The Long Tail, look the personal blog of Chris Anderson who is Editor in Chief of Wired magazine and author of, malady surprisingly enough, The Long Tail : Why the Future of Business is Selling Less of More has become one of my favorite morning reads. What better way to start mornings than by drawing the curtains open on how our world is changing.
Chris Anderson’s attitude is I think clear in this excerpt from his answer to the The Edge Annual Question — 2007
WHAT ARE YOU OPTIMISTIC ABOUT? WHY?
Metcalfe’s Law says that value of a networks grows with the square of the number of nodes. Today’s Web, which is as much about contributing as it is consuming — two-way links, as opposed to the old one-way networks of broadcast and traditional media — allows the same to apply to people. Connecting minds allows our collective intelligence to grow with each person who joins the global conversation. This information propagation process, which was once found in just a few cultures of shared knowledge, such as academic science, is now seen online in everything from hobbies to history. The result, I think, will be the fastest increasing in human knowledge in history.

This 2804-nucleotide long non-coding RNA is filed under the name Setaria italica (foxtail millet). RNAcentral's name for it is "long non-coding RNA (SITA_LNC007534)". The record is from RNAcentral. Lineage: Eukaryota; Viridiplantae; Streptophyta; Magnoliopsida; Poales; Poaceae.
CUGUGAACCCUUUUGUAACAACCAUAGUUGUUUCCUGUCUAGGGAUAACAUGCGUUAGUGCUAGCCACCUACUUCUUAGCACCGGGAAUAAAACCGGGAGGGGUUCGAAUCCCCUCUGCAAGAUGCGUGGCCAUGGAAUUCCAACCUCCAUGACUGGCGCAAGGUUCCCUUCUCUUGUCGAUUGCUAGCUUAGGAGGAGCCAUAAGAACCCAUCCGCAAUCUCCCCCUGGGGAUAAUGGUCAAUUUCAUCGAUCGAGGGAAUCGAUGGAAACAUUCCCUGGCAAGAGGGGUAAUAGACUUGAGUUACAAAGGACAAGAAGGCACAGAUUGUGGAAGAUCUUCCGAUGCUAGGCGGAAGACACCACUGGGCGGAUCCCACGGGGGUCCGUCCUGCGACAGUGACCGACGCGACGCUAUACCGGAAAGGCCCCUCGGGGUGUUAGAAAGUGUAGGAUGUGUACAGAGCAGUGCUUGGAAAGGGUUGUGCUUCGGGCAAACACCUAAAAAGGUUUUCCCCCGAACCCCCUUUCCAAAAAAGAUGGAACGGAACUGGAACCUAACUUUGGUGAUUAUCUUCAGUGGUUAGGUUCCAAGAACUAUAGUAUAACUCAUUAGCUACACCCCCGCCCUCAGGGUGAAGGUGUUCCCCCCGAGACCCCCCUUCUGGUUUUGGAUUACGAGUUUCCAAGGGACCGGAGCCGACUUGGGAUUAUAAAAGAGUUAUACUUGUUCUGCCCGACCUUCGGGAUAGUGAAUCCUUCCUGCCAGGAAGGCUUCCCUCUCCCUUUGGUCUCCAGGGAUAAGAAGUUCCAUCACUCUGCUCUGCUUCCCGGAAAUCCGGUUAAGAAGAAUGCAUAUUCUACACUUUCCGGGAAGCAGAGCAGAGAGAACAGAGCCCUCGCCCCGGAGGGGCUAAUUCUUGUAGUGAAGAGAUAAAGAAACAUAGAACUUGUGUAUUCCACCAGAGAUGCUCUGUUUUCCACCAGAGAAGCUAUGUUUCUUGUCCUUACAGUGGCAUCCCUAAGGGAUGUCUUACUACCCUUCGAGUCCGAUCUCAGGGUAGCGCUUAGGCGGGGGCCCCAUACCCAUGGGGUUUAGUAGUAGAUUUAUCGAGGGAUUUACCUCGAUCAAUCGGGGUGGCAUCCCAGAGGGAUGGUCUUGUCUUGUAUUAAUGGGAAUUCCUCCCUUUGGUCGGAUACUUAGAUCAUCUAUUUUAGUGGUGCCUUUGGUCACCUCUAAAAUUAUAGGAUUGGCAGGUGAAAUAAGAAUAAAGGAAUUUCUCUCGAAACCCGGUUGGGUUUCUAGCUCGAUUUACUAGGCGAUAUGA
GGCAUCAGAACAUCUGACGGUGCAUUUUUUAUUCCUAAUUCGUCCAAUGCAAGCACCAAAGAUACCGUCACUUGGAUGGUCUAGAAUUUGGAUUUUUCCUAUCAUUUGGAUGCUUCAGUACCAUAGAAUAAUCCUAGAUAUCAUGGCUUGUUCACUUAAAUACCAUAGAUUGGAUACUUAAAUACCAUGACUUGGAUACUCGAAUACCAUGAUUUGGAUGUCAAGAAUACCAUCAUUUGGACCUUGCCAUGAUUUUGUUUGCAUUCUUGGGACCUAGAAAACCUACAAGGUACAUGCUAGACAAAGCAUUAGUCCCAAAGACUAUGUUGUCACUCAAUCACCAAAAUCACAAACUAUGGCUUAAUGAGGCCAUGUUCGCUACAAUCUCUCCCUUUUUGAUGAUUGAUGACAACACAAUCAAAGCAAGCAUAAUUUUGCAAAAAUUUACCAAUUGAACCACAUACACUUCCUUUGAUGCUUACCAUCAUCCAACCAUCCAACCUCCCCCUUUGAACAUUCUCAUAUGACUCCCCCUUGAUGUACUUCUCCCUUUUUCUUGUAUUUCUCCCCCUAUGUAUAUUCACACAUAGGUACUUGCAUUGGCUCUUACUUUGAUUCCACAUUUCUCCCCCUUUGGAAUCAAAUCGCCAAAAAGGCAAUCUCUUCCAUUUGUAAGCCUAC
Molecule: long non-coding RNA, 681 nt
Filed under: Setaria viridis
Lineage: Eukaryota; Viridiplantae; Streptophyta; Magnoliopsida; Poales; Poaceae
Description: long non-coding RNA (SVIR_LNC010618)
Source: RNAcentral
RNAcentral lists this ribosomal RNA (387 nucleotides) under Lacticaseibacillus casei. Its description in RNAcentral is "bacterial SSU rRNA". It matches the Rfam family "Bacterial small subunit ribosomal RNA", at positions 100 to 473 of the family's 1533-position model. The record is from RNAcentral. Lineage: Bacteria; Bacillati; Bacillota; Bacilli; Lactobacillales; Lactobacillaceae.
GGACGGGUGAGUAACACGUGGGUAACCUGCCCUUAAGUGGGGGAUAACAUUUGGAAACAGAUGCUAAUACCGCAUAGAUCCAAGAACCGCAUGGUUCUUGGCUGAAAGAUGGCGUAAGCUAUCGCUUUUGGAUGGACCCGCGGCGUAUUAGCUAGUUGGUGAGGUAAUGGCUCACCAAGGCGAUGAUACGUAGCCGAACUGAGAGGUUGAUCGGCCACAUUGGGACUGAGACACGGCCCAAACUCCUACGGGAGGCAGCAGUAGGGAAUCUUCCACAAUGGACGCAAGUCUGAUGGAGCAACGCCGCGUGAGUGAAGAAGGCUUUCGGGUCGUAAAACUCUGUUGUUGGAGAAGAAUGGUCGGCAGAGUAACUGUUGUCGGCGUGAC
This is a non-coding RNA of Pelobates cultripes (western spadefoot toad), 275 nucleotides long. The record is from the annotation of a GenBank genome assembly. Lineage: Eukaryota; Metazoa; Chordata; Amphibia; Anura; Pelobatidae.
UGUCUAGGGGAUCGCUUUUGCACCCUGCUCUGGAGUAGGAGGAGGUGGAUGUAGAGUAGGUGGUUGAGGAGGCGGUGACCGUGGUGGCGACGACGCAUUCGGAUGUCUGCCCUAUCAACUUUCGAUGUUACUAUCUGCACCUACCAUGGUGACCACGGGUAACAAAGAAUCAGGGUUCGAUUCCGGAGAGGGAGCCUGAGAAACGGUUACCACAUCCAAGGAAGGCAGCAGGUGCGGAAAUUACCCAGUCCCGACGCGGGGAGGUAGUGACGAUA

The 2.0 idea is surprisingly difficult to accurately define, but I think this previous paragraph goes a long way towards formulating what is happening in good old English.
Exponentially expanding networks of shared knowledge and learning via networks of exponentially decreasing restrictions of the directions of that flow of intelligence. It is hard not be excited by that picture.
Back to Chris’s blog, almost every post has a gem of humorous insight, e.g. 2006: The worst year for hit albums since 1983
What does it say about the music industry that the soundtrack to what was originally a Disney afterschool TV special was the bestselling album in the country last year?
For more of info about Mr Anderson and The Long Tail, or if like myself you haven’t gotten around to reading the book, The Long Tail yet (gave it to Owl as xmass prezzy so now that he’s done I can borrow it :), see his about page which features a in-a-nutshell explanation of the Long Tail.
…our economy and culture is shifting from mass markets to million of niches. It chronicles the effect of the technologies that have made it easier for consumers to find and buy niche products, thanks to the “infinite shelf-space effect”–the new distribution mechanisms, from digital downloading to peer-to-peer markets, that break through the bottlenecks of broadcast and traditional bricks and mortar retail.
PS. Your’s truly received a subscription to Wired as a xmas gift from father-in-law. Thanx Andrew, you rock! :-)